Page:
Crossing the Disraeli

It wasn’t exactly the Rubicon, but crossing the Disraeli Bridge last winter on my first day back to work after a year and a half away seemed momentous. It was a very cold morning and everything was slow, the car crawling through exhaust and spumes of smoke spilling out of chimneys like foam, and there ahead of me, our small city’s small cluster of high-rise towers. One of those dark, tense mornings, the roads clogged and everyone cautious, and enough time to “feel” the progress of dawn, from deep blue to milky blue sky, trees thick with their bare branches against it.

I was exhilarated that morning in spite of the traffic — about being alive, and warm in the car, and thinking how much I love this city and listening to songs nominated for a playlist of 49 best Canadian songs to present to incoming president Barack Obama (K.D. Lang’s version of Leonard Cohen’s “Alleluia,” for example, and Ian and Sylvia’s “Four Strong Winds,” and a song by Blue Rodeo). And yes, going back to work after retiring once, now that I’d decided I’d do it. “It’s only a year,” a friend reminded me. 

Winnipeg sits on land as flat as a chopping block, but the Disraeli rises to cross the Red River, and marks the “hilly” spot for me where I can see downtown and remember my city-love. This year, it was also a kind of halfway marker from our house in North Kildonan to the offices of the MB Herald.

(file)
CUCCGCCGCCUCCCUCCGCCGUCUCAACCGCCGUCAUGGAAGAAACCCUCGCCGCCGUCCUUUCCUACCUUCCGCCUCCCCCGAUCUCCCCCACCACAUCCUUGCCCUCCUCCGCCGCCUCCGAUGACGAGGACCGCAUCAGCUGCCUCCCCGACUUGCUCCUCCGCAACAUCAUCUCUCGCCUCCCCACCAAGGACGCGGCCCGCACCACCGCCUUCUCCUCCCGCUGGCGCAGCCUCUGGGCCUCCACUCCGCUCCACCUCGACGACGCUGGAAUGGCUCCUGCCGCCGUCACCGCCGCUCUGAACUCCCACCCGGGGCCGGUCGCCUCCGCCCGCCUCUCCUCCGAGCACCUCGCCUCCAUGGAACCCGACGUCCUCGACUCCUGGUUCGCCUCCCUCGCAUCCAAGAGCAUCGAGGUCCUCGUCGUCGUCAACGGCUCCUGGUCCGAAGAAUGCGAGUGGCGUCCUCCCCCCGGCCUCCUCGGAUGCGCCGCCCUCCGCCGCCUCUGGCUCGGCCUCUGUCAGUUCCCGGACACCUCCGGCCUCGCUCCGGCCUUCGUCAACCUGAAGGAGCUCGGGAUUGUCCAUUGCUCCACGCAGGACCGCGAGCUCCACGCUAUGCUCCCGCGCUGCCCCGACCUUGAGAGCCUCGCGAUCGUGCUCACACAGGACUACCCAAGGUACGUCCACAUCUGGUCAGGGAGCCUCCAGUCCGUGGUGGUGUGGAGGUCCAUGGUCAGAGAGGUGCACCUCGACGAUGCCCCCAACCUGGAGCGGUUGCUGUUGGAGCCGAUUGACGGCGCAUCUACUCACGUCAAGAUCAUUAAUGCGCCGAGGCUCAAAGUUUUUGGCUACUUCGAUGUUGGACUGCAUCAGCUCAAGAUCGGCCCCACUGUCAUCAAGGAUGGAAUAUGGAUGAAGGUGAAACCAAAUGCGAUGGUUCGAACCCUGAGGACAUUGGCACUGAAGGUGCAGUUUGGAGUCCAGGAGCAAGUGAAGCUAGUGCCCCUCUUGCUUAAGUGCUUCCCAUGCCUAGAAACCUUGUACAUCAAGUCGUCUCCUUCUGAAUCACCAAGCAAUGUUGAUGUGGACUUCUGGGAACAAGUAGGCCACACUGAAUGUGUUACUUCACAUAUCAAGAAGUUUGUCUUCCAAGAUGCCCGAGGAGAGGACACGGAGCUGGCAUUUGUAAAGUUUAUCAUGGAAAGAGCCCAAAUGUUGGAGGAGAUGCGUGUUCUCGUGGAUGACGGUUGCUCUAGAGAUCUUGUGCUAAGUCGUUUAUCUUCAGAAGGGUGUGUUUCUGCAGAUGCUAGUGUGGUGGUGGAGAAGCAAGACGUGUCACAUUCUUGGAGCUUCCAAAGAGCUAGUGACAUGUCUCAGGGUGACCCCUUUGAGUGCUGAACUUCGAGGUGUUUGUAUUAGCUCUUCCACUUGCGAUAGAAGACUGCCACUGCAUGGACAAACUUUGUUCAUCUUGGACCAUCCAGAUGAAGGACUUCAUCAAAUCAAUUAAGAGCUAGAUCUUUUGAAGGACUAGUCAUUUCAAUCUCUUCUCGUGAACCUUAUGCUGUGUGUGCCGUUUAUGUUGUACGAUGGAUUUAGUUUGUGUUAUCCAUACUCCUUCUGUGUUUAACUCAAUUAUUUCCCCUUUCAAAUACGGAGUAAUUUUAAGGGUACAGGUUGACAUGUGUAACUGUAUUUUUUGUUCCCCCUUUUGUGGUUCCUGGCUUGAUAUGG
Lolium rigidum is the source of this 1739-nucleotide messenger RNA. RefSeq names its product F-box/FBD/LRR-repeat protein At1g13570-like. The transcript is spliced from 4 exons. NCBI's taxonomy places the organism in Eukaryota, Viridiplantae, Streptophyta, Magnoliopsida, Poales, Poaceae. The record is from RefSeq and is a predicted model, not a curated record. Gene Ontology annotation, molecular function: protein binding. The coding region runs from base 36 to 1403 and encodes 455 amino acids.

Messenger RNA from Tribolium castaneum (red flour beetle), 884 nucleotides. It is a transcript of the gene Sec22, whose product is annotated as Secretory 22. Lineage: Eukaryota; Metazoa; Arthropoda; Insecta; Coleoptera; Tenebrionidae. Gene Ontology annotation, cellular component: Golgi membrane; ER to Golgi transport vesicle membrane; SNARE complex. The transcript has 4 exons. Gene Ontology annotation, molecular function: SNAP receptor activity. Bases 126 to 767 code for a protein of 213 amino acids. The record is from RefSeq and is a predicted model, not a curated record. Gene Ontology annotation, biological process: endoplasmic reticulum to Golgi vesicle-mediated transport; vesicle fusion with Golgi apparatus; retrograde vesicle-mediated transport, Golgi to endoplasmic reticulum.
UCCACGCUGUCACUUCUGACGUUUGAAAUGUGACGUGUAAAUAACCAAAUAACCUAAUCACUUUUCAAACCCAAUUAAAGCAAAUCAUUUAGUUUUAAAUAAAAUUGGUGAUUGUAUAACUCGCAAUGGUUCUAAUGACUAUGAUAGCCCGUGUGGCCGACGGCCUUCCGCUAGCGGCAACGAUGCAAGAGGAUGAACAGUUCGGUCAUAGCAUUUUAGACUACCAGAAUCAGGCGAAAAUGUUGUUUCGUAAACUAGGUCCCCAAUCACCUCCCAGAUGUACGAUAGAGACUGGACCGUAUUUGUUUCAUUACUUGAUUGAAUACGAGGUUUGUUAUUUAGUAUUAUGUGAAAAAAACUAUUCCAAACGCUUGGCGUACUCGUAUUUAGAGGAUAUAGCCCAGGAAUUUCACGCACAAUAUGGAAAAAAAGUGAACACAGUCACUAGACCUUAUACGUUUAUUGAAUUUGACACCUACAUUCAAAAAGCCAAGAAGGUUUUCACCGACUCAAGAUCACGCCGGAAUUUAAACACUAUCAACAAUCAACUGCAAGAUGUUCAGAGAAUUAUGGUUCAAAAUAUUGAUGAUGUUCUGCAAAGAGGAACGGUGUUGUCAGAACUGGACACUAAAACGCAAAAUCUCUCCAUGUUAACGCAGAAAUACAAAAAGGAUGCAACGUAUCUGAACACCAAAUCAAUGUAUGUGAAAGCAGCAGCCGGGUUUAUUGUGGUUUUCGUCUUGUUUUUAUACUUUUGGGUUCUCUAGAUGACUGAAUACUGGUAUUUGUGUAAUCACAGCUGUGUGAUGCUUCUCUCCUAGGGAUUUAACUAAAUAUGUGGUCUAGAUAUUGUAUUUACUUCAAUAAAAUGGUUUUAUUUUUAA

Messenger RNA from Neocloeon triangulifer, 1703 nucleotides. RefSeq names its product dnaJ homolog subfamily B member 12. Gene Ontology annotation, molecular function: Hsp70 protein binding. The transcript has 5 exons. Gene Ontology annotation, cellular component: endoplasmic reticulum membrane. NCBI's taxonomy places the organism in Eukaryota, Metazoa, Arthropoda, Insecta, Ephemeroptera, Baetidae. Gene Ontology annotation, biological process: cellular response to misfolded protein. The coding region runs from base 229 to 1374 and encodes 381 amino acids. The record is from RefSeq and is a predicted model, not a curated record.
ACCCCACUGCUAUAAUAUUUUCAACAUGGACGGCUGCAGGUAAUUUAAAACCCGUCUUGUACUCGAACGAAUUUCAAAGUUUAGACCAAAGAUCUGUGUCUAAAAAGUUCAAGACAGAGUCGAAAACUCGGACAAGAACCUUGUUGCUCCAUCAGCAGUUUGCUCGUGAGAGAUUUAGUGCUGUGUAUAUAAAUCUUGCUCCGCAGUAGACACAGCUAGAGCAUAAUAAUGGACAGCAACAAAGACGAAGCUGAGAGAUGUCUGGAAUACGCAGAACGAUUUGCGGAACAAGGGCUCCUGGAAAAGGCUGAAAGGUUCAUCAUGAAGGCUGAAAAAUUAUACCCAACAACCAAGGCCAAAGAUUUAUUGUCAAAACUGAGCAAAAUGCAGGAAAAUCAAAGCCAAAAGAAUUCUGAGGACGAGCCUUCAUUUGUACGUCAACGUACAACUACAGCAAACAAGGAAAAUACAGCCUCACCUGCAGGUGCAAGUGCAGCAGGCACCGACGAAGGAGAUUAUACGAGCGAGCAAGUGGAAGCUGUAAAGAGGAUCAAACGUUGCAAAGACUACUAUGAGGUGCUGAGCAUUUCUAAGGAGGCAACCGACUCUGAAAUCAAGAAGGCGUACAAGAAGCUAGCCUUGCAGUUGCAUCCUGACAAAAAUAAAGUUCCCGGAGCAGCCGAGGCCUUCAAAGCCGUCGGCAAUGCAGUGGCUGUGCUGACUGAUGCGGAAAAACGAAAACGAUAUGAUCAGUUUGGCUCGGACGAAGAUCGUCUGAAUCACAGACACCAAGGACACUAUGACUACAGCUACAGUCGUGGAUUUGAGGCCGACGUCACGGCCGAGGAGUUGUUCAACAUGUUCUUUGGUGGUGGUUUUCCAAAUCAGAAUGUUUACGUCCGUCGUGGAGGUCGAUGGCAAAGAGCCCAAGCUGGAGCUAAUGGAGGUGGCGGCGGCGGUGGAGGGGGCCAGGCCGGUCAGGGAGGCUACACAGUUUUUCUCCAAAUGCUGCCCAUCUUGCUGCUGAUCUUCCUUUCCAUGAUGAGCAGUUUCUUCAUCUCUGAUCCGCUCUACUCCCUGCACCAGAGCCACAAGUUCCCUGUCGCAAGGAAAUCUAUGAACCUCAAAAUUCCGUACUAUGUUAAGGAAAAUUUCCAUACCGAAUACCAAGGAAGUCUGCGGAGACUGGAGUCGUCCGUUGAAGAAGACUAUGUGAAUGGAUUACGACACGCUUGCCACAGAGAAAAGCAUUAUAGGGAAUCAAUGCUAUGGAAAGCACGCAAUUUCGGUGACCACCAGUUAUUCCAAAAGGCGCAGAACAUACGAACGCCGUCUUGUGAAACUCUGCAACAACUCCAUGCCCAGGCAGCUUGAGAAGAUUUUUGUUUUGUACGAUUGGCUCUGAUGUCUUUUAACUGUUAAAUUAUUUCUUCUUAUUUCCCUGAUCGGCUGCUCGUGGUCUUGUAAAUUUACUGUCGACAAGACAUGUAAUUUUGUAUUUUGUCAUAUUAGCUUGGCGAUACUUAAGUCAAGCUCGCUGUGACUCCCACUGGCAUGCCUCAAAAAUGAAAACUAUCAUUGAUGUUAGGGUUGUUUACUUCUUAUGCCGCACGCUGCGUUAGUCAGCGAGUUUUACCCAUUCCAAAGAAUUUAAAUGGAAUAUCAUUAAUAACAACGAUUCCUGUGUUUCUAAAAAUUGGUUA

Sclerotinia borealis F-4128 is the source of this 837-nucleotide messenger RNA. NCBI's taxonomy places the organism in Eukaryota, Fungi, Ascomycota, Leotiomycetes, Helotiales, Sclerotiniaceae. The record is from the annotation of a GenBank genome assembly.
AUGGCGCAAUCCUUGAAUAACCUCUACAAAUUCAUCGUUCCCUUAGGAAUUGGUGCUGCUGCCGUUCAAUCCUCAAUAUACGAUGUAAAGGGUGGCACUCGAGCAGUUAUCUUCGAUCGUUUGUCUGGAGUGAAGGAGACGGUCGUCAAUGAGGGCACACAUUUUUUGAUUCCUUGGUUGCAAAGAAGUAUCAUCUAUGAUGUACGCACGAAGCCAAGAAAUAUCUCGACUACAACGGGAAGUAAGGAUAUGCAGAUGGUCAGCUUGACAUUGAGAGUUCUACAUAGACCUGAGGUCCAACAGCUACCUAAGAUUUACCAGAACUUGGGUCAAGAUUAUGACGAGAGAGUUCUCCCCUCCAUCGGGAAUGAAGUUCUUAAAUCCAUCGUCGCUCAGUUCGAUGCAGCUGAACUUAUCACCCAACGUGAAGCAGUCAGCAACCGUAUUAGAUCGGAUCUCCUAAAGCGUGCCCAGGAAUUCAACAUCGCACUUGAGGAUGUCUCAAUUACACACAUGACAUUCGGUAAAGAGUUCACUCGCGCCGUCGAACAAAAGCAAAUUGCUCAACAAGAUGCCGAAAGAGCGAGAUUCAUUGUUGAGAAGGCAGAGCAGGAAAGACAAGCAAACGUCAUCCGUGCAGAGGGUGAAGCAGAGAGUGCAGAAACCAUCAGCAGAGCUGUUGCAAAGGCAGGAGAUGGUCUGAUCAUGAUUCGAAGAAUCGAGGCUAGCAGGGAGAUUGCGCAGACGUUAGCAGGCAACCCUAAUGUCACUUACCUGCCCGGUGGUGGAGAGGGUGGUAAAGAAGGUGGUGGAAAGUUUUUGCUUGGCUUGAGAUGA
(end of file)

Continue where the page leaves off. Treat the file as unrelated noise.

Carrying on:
Driving back at day’s end the bridge was a marker homeward, and had I been in some horse-drawn conveyance, I suppose that’s where the reins would drop and Black Beauty would know the way alone, and probably pick up the pace to boot. 

Now, re-retired, it’s a true crossing back. Then: editor; now: writer. And no matter what Madam Editor said in her last post about writers still being needed, on this side of the Disraeli, wariness over editors returns. Will they want it? Like it? Change it? 

We definitely need each other, editors and writers do, but the priorities are different and there may be a power struggle, or nervousness at least, until you know one another well. I’ve had mostly good experiences, but there was that story that came to me in its published form with its verb tenses changed, and that experience of re-reading something of mine in print and thinking, my lands, I must have been asleep, that doesn’t sound like me, only to discover it wasn’t me but the editor. On the basis of such few and flimsy episodes I’ve become one of those writers who drives editors crazy, insisting she has to see the revisions (please). Most good editors, if they do anything substantive, show them anyway. Then again, what’s the definition of substantive? (Naturally, you do want the errors and foolishness caught.)

But before I engage in too much writerly insecurity, I’m taking a rest — to read and catch up on housework (and blog of course). I was already complaining to some writer friends that the inspiration to work at my (interrupted) short stories appears to be absent. The same friend whose advice helped me above, had some for this side of the Disraeli. “Of course the inspiration isn’t there yet,” she said. “That comes AFTER the rest.”